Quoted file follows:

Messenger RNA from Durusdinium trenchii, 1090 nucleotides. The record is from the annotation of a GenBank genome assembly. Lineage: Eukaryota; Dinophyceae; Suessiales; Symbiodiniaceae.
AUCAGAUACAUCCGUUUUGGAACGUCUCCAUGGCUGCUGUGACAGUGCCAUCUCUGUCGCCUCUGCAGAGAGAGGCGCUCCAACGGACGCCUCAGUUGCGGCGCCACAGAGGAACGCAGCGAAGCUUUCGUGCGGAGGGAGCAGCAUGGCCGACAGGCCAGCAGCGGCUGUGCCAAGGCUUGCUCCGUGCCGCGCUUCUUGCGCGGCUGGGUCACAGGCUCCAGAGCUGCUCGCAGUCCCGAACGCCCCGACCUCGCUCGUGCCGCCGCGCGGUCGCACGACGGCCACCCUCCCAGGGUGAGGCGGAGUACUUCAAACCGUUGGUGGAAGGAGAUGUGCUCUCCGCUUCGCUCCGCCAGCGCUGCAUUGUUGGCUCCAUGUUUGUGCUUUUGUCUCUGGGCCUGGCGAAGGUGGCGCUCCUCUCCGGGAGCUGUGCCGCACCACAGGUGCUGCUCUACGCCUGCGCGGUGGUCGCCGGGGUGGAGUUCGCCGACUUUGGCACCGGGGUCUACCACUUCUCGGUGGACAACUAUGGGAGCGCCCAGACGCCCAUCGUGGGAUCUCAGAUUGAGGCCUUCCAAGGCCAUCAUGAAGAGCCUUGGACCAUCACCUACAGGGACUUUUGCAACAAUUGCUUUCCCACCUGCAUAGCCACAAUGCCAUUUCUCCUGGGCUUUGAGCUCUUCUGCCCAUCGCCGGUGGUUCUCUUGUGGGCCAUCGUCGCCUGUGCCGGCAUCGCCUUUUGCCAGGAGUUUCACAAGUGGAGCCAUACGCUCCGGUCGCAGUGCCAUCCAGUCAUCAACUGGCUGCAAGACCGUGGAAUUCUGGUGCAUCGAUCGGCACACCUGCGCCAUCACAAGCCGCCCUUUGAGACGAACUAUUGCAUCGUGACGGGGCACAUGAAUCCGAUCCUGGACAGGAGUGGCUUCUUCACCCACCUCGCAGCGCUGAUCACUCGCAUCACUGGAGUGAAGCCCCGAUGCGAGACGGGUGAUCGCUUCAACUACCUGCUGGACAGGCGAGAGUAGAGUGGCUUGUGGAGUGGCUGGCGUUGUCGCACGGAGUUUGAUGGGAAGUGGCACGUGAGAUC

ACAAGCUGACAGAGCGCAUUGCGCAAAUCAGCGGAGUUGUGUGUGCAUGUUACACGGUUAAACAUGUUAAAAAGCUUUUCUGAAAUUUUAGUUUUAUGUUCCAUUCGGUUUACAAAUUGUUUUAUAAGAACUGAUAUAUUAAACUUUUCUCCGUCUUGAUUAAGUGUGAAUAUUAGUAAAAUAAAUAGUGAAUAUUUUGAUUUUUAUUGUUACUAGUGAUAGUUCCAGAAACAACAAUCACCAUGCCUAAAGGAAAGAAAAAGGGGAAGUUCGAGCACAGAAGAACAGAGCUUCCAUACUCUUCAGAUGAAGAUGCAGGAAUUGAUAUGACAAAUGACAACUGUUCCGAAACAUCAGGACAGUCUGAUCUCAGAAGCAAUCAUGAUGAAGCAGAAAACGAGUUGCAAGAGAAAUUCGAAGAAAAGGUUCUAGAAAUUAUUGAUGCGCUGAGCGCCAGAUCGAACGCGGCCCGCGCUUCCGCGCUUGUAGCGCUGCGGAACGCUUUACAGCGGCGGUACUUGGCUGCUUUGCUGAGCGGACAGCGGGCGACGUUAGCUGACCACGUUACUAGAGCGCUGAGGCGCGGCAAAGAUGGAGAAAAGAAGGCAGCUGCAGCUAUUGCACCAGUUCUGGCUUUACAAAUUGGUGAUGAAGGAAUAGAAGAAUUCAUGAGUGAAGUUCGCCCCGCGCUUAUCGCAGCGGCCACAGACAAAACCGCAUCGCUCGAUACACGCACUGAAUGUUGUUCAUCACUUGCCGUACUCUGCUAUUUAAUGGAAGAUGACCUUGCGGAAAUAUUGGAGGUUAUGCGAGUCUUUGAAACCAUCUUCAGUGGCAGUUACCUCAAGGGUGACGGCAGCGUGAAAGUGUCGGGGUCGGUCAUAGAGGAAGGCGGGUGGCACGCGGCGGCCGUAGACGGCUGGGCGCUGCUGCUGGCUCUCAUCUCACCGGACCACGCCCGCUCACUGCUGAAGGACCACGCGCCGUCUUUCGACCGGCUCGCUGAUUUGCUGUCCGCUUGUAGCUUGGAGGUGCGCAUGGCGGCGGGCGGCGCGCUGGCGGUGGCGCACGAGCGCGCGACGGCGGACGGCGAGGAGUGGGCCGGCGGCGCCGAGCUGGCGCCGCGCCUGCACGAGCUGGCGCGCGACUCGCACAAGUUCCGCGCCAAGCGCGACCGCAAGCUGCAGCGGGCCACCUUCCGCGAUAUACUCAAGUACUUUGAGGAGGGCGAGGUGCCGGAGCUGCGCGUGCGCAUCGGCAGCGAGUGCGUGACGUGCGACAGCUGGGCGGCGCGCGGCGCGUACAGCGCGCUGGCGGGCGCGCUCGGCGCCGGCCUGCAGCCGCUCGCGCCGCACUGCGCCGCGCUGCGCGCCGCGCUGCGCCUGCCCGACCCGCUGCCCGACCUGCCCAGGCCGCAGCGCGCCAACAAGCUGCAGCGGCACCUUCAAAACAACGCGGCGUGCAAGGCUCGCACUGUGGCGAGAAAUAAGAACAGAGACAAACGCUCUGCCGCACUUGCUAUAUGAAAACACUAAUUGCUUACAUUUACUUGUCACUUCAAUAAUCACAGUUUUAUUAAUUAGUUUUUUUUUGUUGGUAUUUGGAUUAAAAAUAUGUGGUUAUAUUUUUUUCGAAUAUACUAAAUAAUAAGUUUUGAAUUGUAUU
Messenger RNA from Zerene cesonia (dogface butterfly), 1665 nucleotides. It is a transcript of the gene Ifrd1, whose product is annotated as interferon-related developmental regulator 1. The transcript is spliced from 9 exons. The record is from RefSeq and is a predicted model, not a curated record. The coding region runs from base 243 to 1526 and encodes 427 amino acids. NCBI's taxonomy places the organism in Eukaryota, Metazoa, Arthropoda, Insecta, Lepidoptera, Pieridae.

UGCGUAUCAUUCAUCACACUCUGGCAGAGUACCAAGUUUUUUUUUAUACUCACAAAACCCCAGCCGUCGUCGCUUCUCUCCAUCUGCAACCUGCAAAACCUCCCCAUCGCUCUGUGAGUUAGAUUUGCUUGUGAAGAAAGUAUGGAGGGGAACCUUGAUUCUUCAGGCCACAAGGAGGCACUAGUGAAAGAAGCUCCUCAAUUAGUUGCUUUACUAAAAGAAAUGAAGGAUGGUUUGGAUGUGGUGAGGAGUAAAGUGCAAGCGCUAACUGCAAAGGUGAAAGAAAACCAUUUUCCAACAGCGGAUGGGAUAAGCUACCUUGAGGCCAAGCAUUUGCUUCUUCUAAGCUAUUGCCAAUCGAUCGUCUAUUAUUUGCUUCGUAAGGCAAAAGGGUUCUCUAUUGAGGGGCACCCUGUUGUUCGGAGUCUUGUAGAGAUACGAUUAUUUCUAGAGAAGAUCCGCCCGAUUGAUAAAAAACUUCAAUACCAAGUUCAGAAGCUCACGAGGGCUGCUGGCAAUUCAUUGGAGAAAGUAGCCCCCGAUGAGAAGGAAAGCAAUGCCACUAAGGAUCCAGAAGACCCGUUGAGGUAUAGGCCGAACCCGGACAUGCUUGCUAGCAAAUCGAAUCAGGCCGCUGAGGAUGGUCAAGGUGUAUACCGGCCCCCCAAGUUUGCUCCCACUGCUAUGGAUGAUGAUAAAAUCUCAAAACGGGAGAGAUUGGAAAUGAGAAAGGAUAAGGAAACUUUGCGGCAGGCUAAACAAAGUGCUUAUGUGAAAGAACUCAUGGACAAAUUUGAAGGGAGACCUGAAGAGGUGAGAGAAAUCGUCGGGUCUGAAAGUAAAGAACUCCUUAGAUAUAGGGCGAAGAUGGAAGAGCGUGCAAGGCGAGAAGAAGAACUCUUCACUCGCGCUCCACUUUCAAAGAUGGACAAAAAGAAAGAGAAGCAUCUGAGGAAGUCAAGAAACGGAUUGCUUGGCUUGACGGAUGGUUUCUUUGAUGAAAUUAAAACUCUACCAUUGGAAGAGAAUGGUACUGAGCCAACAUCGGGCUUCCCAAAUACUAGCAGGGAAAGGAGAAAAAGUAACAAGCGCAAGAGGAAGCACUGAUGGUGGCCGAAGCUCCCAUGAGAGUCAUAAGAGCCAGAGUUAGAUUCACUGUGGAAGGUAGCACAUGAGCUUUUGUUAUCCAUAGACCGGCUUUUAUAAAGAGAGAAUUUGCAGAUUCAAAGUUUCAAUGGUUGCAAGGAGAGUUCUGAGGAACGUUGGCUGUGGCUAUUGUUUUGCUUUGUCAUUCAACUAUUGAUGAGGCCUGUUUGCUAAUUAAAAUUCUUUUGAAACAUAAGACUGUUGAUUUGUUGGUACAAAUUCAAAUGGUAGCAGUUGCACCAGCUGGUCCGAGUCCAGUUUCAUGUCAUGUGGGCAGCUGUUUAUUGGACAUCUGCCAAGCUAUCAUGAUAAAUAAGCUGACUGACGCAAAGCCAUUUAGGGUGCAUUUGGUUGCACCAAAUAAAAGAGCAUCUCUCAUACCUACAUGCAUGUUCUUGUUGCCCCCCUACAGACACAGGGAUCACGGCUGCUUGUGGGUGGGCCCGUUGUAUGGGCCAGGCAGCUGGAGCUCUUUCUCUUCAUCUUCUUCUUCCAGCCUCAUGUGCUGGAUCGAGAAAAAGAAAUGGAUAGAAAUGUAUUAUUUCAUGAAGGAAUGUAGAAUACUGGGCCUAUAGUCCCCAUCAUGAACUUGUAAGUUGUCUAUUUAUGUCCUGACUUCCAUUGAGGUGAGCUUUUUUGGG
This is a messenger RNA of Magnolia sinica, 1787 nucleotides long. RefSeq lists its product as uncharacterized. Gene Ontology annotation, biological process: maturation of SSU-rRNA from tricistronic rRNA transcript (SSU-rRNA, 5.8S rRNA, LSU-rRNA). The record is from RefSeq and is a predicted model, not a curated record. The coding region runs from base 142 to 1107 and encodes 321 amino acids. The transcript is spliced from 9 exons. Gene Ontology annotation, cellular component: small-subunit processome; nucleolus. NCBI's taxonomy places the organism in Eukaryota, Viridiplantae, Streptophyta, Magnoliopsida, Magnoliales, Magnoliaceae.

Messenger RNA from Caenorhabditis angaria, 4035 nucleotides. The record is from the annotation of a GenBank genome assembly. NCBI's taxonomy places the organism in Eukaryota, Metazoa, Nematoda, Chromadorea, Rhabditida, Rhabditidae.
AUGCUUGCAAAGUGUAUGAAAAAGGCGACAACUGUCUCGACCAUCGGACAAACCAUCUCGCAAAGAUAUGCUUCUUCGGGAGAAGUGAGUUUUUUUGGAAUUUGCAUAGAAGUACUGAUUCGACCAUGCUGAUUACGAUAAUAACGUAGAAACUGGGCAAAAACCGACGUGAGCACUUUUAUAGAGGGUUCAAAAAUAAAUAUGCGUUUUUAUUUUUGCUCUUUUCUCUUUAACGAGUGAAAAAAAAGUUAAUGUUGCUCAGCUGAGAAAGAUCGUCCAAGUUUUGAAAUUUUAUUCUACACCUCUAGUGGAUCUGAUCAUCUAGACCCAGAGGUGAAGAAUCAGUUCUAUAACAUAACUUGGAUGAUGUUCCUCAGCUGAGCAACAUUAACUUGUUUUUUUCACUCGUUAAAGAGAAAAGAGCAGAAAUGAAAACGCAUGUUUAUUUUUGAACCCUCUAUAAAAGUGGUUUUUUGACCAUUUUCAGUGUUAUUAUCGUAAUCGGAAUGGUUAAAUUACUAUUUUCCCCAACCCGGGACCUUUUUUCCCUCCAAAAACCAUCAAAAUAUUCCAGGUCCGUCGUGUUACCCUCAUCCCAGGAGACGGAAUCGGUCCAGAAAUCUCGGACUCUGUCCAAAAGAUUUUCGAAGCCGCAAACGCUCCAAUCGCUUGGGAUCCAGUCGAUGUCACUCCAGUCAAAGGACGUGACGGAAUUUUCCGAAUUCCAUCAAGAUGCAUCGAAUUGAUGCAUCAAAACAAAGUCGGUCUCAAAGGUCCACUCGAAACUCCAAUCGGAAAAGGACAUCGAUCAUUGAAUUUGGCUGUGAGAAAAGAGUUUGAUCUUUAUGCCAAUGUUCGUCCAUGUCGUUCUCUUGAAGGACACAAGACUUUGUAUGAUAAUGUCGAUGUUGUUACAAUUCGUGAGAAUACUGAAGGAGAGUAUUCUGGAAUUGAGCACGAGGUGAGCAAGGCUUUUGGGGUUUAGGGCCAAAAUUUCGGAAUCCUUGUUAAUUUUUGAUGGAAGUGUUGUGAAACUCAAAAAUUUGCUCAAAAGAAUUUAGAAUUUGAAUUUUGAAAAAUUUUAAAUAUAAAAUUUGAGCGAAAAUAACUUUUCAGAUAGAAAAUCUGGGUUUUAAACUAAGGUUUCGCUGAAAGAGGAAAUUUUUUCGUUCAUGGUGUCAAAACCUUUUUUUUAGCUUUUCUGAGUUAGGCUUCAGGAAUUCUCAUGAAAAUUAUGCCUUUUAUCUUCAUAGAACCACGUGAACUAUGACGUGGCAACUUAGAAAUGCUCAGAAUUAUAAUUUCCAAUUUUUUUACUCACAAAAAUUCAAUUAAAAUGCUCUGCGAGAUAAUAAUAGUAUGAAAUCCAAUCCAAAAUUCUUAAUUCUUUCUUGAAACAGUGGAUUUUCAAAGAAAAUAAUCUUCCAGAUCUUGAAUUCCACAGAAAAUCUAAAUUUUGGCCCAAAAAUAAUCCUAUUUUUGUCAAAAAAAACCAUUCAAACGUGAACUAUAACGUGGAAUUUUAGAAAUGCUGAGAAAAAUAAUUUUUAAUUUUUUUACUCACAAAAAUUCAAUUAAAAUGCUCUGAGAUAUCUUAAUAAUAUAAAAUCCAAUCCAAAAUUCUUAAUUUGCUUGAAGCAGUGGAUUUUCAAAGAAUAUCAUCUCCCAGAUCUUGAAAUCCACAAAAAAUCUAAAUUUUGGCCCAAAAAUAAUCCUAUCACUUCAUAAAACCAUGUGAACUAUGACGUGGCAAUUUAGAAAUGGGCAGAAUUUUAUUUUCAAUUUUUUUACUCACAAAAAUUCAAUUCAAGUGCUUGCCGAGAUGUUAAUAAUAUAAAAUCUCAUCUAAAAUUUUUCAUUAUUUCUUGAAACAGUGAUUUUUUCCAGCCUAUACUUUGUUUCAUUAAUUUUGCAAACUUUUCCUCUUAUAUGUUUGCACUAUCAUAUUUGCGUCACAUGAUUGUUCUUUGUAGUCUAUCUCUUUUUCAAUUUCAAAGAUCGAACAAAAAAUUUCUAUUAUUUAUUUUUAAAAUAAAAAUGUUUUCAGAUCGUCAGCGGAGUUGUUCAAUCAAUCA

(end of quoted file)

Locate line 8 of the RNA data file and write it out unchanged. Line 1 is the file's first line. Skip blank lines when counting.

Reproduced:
AUGCUUGCAAAGUGUAUGAAAAAGGCGACAACUGUCUCGACCAUCGGACAAACCAUCUCGCAAAGAUAUGCUUCUUCGGGAGAAGUGAGUUUUUUUGGAAUUUGCAUAGAAGUACUGAUUCGACCAUGCUGAUUACGAUAAUAACGUAGAAACUGGGCAAAAACCGACGUGAGCACUUUUAUAGAGGGUUCAAAAAUAAAUAUGCGUUUUUAUUUUUGCUCUUUUCUCUUUAACGAGUGAAAAAAAAGUUAAUGUUGCUCAGCUGAGAAAGAUCGUCCAAGUUUUGAAAUUUUAUUCUACACCUCUAGUGGAUCUGAUCAUCUAGACCCAGAGGUGAAGAAUCAGUUCUAUAACAUAACUUGGAUGAUGUUCCUCAGCUGAGCAACAUUAACUUGUUUUUUUCACUCGUUAAAGAGAAAAGAGCAGAAAUGAAAACGCAUGUUUAUUUUUGAACCCUCUAUAAAAGUGGUUUUUUGACCAUUUUCAGUGUUAUUAUCGUAAUCGGAAUGGUUAAAUUACUAUUUUCCCCAACCCGGGACCUUUUUUCCCUCCAAAAACCAUCAAAAUAUUCCAGGUCCGUCGUGUUACCCUCAUCCCAGGAGACGGAAUCGGUCCAGAAAUCUCGGACUCUGUCCAAAAGAUUUUCGAAGCCGCAAACGCUCCAAUCGCUUGGGAUCCAGUCGAUGUCACUCCAGUCAAAGGACGUGACGGAAUUUUCCGAAUUCCAUCAAGAUGCAUCGAAUUGAUGCAUCAAAACAAAGUCGGUCUCAAAGGUCCACUCGAAACUCCAAUCGGAAAAGGACAUCGAUCAUUGAAUUUGGCUGUGAGAAAAGAGUUUGAUCUUUAUGCCAAUGUUCGUCCAUGUCGUUCUCUUGAAGGACACAAGACUUUGUAUGAUAAUGUCGAUGUUGUUACAAUUCGUGAGAAUACUGAAGGAGAGUAUUCUGGAAUUGAGCACGAGGUGAGCAAGGCUUUUGGGGUUUAGGGCCAAAAUUUCGGAAUCCUUGUUAAUUUUUGAUGGAAGUGUUGUGAAACUCAAAAAUUUGCUCAAAAGAAUUUAGAAUUUGAAUUUUGAAAAAUUUUAAAUAUAAAAUUUGAGCGAAAAUAACUUUUCAGAUAGAAAAUCUGGGUUUUAAACUAAGGUUUCGCUGAAAGAGGAAAUUUUUUCGUUCAUGGUGUCAAAACCUUUUUUUUAGCUUUUCUGAGUUAGGCUUCAGGAAUUCUCAUGAAAAUUAUGCCUUUUAUCUUCAUAGAACCACGUGAACUAUGACGUGGCAACUUAGAAAUGCUCAGAAUUAUAAUUUCCAAUUUUUUUACUCACAAAAAUUCAAUUAAAAUGCUCUGCGAGAUAAUAAUAGUAUGAAAUCCAAUCCAAAAUUCUUAAUUCUUUCUUGAAACAGUGGAUUUUCAAAGAAAAUAAUCUUCCAGAUCUUGAAUUCCACAGAAAAUCUAAAUUUUGGCCCAAAAAUAAUCCUAUUUUUGUCAAAAAAAACCAUUCAAACGUGAACUAUAACGUGGAAUUUUAGAAAUGCUGAGAAAAAUAAUUUUUAAUUUUUUUACUCACAAAAAUUCAAUUAAAAUGCUCUGAGAUAUCUUAAUAAUAUAAAAUCCAAUCCAAAAUUCUUAAUUUGCUUGAAGCAGUGGAUUUUCAAAGAAUAUCAUCUCCCAGAUCUUGAAAUCCACAAAAAAUCUAAAUUUUGGCCCAAAAAUAAUCCUAUCACUUCAUAAAACCAUGUGAACUAUGACGUGGCAAUUUAGAAAUGGGCAGAAUUUUAUUUUCAAUUUUUUUACUCACAAAAAUUCAAUUCAAGUGCUUGCCGAGAUGUUAAUAAUAUAAAAUCUCAUCUAAAAUUUUUCAUUAUUUCUUGAAACAGUGAUUUUUUCCAGCCUAUACUUUGUUUCAUUAAUUUUGCAAACUUUUCCUCUUAUAUGUUUGCACUAUCAUAUUUGCGUCACAUGAUUGUUCUUUGUAGUCUAUCUCUUUUUCAAUUUCAAAGAUCGAACAAAAAAUUUCUAUUAUUUAUUUUUAAAAUAAAAAUGUUUUCAGAUCGUCAGCGGAGUUGUUCAAUCAAUCA